* In the latter part of the 20th century, the increased number of students attending university, because of lowered scholastic aptitude standards, required the establishment and maintenance of intellectual distinctions. Thus, in 2003, the British Minister for Universities, Margaret Hodge, criticized "Mickey Mouse" degrees as a negative consequence of universities "dumbing down" curricula to meet “the needs of the market”, degrees conferred for studies in a field of endeavour "where the content is not as intellectually rigorous as one would expect, and where the degree, itself, may not have huge relevance in the labour market". Can there be a more depressing view of human existence than corporations training human as commodities, clients and consumers in the barren ideology of financial capitalism?
Hence, a university degree of slight intellectual substance, which the student earned by "simply stacking up numbers on Mickey Mouse courses like marketing, business management and underwater basket weaving, is not acceptable. These programs belong in vocational schools, not Universities.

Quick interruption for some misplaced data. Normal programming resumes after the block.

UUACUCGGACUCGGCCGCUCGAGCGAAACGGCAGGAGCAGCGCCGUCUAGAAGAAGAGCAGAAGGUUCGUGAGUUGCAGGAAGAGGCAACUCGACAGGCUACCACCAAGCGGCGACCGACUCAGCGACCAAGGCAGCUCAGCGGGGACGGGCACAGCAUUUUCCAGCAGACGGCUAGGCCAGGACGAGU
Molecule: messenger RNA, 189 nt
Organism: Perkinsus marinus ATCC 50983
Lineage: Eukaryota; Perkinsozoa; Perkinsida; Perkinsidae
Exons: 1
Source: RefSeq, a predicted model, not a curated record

In our farcical democracies, conservatives have always been aware that the masses, referred to as the "swinish multitude" by conservative icon Edmund Burke and "bewildered herd" by liberal Walter Lippmann, must be rendered docile and ignorant. Indoctrination by organized religion, the education system and our corporate "lame stream" media has been extremely effective in creating bleak conditions of mass ignorance and stupidity. Now with i-phones, i-pads and other self-lobotomizing devices that permeate our cultural and technological landscape and the endless wasteland of mind-numbing corporate network news, celebrity worship and sports talking head programs, the state has a useful ally in distracting and anaesthetizing the populace. We're creating a generation of zombies. But corporations are no longer just a propaganda appendage of our oligarchic governments engaged in corroding the intellect the populace, they're in fact the essence of government itself. There's been a corporate coup, in case you haven't been paying attention. But if your source of information is Fox News or Canwest Global, you'll have no idea what's been happening to you, your friends and your family. But they'll provide you with plenty of worthless news about the newest addition to the Royal Family* or some mind-numbing gossip or scandal about a sports or movie celebrity.